Date of Award


Document Type


Creative Commons License

Creative Commons Attribution-Noncommercial-No Derivative Works 3.0 License
This work is licensed under a Creative Commons Attribution-Noncommercial-No Derivative Works 3.0 License.

Degree Name

Doctor of Education (EdD)


Division of Education and Counseling

First Advisor

Renee Akbar

Second Advisor

Rachel Davis-Haley

Third Advisor

Timothy Glaude


co-teaching, inclusion, pedagogy, social development theory (SDT), special education, teacher residency program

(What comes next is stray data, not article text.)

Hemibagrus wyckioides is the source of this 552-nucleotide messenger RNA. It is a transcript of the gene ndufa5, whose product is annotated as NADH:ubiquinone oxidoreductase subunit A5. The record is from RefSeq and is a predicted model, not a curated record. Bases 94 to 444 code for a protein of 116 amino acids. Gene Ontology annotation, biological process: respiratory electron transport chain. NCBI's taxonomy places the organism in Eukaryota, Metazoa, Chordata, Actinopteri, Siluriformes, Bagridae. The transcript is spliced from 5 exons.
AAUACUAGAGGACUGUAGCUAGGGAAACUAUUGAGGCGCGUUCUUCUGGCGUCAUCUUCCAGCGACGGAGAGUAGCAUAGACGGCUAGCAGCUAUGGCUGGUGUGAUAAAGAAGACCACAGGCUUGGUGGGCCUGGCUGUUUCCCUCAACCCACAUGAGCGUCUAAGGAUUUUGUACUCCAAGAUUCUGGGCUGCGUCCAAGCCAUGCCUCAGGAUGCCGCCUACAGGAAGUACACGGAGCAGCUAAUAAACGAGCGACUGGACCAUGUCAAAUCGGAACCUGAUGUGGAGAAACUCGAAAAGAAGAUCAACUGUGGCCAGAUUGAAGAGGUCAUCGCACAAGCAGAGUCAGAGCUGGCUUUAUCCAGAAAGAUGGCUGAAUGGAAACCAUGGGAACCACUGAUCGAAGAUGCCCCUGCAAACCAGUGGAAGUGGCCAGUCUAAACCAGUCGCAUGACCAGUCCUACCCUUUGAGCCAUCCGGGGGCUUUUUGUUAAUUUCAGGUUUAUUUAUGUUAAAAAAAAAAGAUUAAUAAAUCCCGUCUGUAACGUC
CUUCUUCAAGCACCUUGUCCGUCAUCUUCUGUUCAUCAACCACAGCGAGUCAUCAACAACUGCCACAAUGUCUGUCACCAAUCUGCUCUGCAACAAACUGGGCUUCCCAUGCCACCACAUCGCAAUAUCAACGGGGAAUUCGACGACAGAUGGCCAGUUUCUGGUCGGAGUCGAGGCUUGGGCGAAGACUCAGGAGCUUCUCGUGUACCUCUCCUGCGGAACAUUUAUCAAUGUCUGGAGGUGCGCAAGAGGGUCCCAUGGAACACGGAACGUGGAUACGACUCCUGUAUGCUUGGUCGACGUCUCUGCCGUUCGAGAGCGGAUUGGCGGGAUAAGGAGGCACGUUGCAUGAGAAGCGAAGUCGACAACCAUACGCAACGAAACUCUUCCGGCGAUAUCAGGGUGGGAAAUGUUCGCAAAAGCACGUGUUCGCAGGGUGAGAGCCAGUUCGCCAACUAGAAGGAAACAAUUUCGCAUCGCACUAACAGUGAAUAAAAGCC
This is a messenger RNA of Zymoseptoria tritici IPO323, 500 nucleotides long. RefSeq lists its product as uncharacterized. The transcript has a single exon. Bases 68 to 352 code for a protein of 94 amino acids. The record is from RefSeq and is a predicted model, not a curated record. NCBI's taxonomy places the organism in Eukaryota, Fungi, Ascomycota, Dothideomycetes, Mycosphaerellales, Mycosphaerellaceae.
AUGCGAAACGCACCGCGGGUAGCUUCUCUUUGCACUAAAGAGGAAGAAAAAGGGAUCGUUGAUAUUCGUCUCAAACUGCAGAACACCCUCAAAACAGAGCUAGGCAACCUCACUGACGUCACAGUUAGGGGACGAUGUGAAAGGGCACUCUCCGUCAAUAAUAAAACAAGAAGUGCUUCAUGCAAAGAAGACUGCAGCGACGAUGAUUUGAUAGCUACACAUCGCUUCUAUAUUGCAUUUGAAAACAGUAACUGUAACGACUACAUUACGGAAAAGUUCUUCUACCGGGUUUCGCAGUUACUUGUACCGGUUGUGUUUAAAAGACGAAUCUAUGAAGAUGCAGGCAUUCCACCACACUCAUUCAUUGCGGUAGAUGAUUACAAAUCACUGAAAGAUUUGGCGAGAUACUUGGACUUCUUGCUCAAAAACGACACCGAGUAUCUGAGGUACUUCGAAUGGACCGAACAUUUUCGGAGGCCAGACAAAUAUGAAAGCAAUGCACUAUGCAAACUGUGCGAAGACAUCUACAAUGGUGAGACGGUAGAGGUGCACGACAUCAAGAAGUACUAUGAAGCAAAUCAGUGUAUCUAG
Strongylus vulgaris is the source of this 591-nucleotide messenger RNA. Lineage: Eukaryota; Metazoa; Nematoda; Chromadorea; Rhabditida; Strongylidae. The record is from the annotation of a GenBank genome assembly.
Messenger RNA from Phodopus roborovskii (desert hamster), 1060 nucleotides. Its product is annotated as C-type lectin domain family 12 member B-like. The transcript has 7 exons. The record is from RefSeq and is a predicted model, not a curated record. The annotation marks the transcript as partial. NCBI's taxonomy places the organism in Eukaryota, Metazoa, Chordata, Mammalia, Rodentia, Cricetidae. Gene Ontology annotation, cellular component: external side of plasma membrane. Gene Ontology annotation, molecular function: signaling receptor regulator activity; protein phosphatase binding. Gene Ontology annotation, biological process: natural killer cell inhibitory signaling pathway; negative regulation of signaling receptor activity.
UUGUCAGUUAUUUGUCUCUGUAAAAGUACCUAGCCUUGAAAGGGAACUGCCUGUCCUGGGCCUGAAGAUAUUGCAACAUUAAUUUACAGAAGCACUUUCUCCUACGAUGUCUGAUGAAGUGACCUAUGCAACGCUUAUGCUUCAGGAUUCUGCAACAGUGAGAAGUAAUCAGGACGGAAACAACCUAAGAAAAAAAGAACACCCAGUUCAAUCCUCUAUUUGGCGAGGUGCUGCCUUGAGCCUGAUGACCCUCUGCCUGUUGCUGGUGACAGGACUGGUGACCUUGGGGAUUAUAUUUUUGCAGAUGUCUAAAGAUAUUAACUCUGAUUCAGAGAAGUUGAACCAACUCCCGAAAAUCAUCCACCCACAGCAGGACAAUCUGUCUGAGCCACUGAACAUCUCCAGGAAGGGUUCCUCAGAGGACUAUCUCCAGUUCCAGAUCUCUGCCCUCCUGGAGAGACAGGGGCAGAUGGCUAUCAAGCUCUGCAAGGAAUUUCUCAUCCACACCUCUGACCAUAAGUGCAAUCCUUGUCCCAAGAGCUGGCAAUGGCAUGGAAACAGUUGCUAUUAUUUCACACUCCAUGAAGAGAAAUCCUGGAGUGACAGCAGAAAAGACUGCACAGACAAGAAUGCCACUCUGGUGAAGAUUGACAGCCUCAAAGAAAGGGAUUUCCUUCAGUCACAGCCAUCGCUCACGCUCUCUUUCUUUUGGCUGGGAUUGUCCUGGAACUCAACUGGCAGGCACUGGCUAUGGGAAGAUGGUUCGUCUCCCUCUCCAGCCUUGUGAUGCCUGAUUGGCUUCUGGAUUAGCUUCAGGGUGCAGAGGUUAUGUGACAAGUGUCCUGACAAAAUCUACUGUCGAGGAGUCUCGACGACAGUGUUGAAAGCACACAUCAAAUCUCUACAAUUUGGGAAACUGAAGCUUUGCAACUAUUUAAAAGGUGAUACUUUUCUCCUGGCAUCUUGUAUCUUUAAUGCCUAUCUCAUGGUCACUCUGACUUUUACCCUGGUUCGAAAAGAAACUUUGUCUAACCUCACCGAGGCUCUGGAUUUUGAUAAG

The Higher Education Opportunity Act of 2008 in conjunction with Teacher Quality Partnerships requires university-based teacher education programs to develop and sustain highquality teachers (United States Department of Education, 2017). Teaching is a science grounded in a body of literature supported by effective research-based techniques. The purpose of this qualitative research study was to examine co-teaching influences on the first-year teaching practices of special educators trained in a university-based teacher residency program. Specifically, this study investigated which co-teaching strategies, if any, did special education residents implement as the teacher of record. Through the lens of social development theory, this research explored special education teachers’ perspectives on co-teaching strategies and how those strategies affected their pedagogical approaches as a novice teacher. For this study, coteaching is defined as a partnership between a general education teacher and a special education teacher that includes shared planning, instruction, and assessment of students with and without disabilities (Friend & Cook, 2010). This study involved collecting and analyzing data through questionnaires, interviews, and artifacts. The results of the analysis revealed four themes: constructing relationships, becoming a co-teacher, structural deterrents of co-teaching, and covi teaching according to the students’ needs. The key findings of this study are: it is imperative that trusting relationships are built at the onset of the residents’ experience; residents should seek to understand students’ learning needs before implementing co-teaching strategies; and, the coteaching strategies learned as residents varied from the co-teaching strategies implemented as teachers of record. The study concluded that co-teaching influenced the pedagogical approaches used by the novice teachers to meet the academic needs of all students (not only special education students) in the inclusion classroom.



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